Speaking of that black eye line – that’s just one way of looking at it. The other way to think of their face is that it has an orange-yellow eyebrow. That’s what they call it in Mexico, apparently, and they ought to know: calandria cejas naranjas – the orange-eyebrow oriole. In fact, I believe I have detected a conspiracy among the American Ornithological Union against recognition of “eyebrow” as a suitably professional term appropriate to formal bird names. Our white-crowned sparrow is known scientifically, for instance, as Zonotrichia leucophrys – the white-eyebrowed Zonotrichia. And yet neither of these birds nor any of our other birds with prominent eyebrows, like the Bewick’s wren, lark sparrow, or red-breasted nuthatch are named for that feature. Sure, they’re not really eyebrows in the hairy human sense, but I for my part am in favor of any bird name that makes visual sense, has some memorable meaning, and helps us to relate to birds in a more convivial fashion. More like friends, less like museum specimens or monuments to unknown dead people.
However, “Bullock’s oriole” is what we have to work with, and I’ll do my best to attach some meaning to this name, though the effort needs rather more research and ingenuity than “eyebrow oriole” would have required. “Bullock’s oriole” has actually only become a full, independent species in relatively recent years, following a spell as merely the western version of the “northern oriole.” The split is now firmly established however: the east can rest easy with their long-accustomed Baltimore oriole, and we will make do with Mr. Bullock.
Who was he? The bird was named by ornithologist William Swainson in recognition of fellow Englishman William Bullock, who collected the first specimen known to European science while travelling in Mexico in the 1820s. An amateur naturalist and professional showman, Mr. Bullock’s business in the new world was gathering both animal specimens and cultural artifacts for exhibition in his private museum. This was apparently a lucrative field, with hundreds of thousands of everyday English citizens flocking to his museum to take in the awe-inspiring wonders of the wider world. Of course, success in such endeavors requires a certain panache in dramatic hyperbole. For example, consider Bullock’s catalogue entry describing a display of a taxidermied tiger fighting a boa constrictor:
The Royal Tiger (F. Tigrina). This is represented expiring in one of those dreadful combats which take place betwixt this powerful and sanguinary destroyer of the human species, and the immense serpent of India, called the Boa Constrictor, in whose enormous folds its unavailing strength is nearly exhausted, and its bones crushed and broken by the strength and weight of its tremendous adversary.
Sounds exciting. Mr. Bullock seems to be a worthy member of the grand English tradition of shameless promoters, perhaps best exemplified by Mrs. Jarley of Jarley’s Waxworks in Dicken’s The Old Curiosity Shop:
‘That, ladies and gentlemen,’ said Mrs. Jarley, ‘is Jasper Packlemerton of atrocious memory, who courted and married fourteen wives, and destroyed them all, by tickling the soles of their feet when they were sleeping in the consciousness of innocence and virtue. On being brought to the scaffold and asked if he was sorry for what he had done, he replied yes, he was sorry for having let ‘em off so easy, and hoped all Christian husbands would pardon him the offence. Let this be a warning to all young ladies to be particular in the character of the gentlemen of their choice. Observe that his fingers are curled as if in the act of tickling, and that his face is represented with a wink, as he appeared when committing his barbarous murders.’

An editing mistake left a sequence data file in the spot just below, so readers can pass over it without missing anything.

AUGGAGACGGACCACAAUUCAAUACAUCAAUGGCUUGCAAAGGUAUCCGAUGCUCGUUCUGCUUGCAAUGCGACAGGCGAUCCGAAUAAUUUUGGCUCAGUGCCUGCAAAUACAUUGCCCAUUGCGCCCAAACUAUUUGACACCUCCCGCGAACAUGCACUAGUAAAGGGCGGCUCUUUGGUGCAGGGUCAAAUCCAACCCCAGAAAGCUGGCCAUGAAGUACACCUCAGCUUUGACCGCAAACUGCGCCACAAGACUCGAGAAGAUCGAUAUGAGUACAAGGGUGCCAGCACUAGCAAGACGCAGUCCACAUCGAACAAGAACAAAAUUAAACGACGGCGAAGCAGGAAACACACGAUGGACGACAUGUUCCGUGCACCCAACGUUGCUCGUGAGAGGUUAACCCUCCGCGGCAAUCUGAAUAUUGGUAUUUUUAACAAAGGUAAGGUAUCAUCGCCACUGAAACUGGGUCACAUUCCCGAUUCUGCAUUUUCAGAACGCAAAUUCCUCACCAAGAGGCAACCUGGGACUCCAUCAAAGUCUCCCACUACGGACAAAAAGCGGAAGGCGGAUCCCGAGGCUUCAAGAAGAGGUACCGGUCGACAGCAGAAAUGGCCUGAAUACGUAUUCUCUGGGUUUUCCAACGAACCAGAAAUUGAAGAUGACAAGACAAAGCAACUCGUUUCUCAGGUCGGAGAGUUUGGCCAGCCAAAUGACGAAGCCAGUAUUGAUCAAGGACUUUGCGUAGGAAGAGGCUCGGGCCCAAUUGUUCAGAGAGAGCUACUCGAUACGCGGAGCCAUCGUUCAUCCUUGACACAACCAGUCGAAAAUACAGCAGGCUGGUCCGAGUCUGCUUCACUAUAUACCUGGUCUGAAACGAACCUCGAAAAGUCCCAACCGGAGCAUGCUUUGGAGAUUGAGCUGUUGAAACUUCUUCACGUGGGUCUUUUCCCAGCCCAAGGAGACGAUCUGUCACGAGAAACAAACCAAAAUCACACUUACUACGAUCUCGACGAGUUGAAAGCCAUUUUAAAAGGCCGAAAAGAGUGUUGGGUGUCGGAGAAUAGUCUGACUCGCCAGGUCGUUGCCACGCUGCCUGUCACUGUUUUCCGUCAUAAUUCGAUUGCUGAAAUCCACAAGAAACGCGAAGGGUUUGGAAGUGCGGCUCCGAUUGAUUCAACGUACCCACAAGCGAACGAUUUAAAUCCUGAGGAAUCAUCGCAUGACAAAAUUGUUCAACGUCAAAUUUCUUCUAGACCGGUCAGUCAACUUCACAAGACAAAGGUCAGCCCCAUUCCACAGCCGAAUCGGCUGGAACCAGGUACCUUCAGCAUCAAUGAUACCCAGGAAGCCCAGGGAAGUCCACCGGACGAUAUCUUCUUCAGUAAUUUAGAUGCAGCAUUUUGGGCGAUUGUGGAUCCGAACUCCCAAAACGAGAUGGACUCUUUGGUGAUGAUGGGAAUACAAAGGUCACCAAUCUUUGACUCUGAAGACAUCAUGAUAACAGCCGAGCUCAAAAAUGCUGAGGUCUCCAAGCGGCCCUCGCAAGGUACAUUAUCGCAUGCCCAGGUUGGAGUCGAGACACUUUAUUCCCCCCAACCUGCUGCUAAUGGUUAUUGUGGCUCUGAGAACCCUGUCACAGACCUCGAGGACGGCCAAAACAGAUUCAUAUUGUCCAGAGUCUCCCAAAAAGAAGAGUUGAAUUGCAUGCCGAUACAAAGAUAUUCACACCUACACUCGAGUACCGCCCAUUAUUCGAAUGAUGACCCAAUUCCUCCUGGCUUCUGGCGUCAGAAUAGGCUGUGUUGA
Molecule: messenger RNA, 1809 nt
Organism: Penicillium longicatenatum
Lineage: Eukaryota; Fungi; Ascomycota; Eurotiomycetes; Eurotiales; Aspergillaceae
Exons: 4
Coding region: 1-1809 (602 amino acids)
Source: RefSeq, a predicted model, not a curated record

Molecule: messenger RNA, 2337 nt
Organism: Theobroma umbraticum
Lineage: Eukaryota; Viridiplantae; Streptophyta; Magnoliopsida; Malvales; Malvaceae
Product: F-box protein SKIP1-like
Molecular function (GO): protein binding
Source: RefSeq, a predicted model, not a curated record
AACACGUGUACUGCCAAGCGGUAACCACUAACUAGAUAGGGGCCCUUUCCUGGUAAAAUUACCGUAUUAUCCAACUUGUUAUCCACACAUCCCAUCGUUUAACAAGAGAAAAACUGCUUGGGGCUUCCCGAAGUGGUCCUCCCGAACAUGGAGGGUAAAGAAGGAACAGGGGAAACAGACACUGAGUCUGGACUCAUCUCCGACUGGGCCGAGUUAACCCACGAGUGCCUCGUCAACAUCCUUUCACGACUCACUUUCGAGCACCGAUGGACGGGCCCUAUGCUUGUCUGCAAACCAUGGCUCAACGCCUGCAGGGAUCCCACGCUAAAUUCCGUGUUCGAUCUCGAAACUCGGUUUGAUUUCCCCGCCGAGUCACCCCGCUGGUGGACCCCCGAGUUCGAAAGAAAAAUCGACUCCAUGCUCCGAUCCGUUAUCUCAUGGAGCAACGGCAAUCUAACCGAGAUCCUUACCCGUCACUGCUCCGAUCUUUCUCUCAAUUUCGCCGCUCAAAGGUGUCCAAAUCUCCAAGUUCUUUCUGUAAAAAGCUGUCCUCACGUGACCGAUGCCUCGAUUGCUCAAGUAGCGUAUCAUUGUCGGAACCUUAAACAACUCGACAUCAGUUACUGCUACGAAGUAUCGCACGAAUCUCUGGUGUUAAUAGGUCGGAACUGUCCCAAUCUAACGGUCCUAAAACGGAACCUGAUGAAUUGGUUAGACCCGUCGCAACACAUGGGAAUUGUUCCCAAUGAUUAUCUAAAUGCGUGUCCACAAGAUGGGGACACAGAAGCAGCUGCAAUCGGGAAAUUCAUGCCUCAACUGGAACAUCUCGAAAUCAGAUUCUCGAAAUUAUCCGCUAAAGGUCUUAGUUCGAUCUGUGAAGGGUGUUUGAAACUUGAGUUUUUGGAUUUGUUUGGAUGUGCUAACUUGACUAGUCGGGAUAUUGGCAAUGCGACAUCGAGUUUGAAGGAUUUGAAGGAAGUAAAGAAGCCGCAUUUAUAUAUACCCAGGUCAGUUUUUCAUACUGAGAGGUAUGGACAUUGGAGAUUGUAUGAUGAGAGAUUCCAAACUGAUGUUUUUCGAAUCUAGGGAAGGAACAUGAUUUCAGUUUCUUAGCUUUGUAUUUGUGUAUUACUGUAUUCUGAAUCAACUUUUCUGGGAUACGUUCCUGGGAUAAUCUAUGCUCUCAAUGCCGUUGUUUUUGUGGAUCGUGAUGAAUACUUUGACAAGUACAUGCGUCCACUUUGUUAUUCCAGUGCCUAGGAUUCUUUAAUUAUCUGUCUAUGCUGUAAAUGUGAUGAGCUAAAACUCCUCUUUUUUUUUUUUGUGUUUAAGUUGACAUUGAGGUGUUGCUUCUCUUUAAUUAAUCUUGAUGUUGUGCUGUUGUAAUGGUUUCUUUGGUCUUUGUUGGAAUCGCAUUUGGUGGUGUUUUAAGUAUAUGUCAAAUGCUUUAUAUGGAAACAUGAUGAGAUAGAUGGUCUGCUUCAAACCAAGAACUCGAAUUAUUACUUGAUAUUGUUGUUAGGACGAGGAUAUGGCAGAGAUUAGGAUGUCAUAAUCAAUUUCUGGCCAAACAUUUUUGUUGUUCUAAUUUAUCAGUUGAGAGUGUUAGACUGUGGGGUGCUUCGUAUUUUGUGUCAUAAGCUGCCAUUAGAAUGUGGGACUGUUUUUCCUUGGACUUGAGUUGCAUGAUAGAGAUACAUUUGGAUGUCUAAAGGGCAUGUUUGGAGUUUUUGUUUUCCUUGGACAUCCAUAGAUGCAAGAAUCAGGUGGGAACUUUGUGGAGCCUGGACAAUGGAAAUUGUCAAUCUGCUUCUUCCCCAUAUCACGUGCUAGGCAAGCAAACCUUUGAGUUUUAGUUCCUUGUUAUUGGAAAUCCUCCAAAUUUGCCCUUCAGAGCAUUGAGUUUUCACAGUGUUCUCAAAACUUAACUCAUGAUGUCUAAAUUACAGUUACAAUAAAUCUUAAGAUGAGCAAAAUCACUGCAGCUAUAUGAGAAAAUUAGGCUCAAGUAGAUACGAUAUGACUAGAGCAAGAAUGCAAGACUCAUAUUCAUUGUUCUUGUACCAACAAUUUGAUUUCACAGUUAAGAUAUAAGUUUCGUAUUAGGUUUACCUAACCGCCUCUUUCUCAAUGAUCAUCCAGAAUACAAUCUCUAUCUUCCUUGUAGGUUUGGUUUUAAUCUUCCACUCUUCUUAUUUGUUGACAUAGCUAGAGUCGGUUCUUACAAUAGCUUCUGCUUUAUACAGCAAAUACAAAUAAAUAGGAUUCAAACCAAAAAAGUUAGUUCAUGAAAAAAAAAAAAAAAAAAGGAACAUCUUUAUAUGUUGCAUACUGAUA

The tone seems about the same.
William Bullock was not a great ornithologist, but he was a great popularizer of natural history. The crown of his museum was a gallery grandiloquently entitled THE PANTHERION (I don’t know if he put it all in capitals like a Roman temple inscription, but I would), filled with naturalistic dioramas that placed the taxidermied specimens in lively situations amongst modeled plants and painted panoramas. The dioramas were always among my favorite parts of the natural history museums of my childhood in New York and Chicago, and I am somewhat saddened that many were judged too old fashioned for our glossily entertaining Academy of Sciences (though the Oakland Museum of California still has an impressive collection).
Bullock’s efforts predated our classic American museums by several decades and achieved a vitality which in some respects continues to excel our fancy modern tools of nature education, with high definition drone footage and various forms of web connectivity integrating the world’s fauna with our vast streams of human data. What a Bullock exhibit was missing in scientific comprehensiveness, it made up for with memorability; what it lacked in motion, it compensated for with life-size, three-dimensional, physical presence and tactility. I do not believe that the highest goal of nature education is to convey information. I believe it is to to convince a person of the reality of a place, to expand her sense of existence beyond the utilitarian banality of our signs and schedules, and to fill her with a hunger for further contact with the non-human world. William Bullock understood this. Filled with unquenchable curiosity, he threw all his resources of science, capital, and personal ingenuity into spreading that benign fervor. Among the fog and smokestacks of industrial London, who would not be glad to step beneath a faux Egyptian colonnade, pass through a cavern of ferns and trickling water, and emerge into the transporting scenes of THE PANTHERION?
Header photo: Male hooded oriole by Don Bartling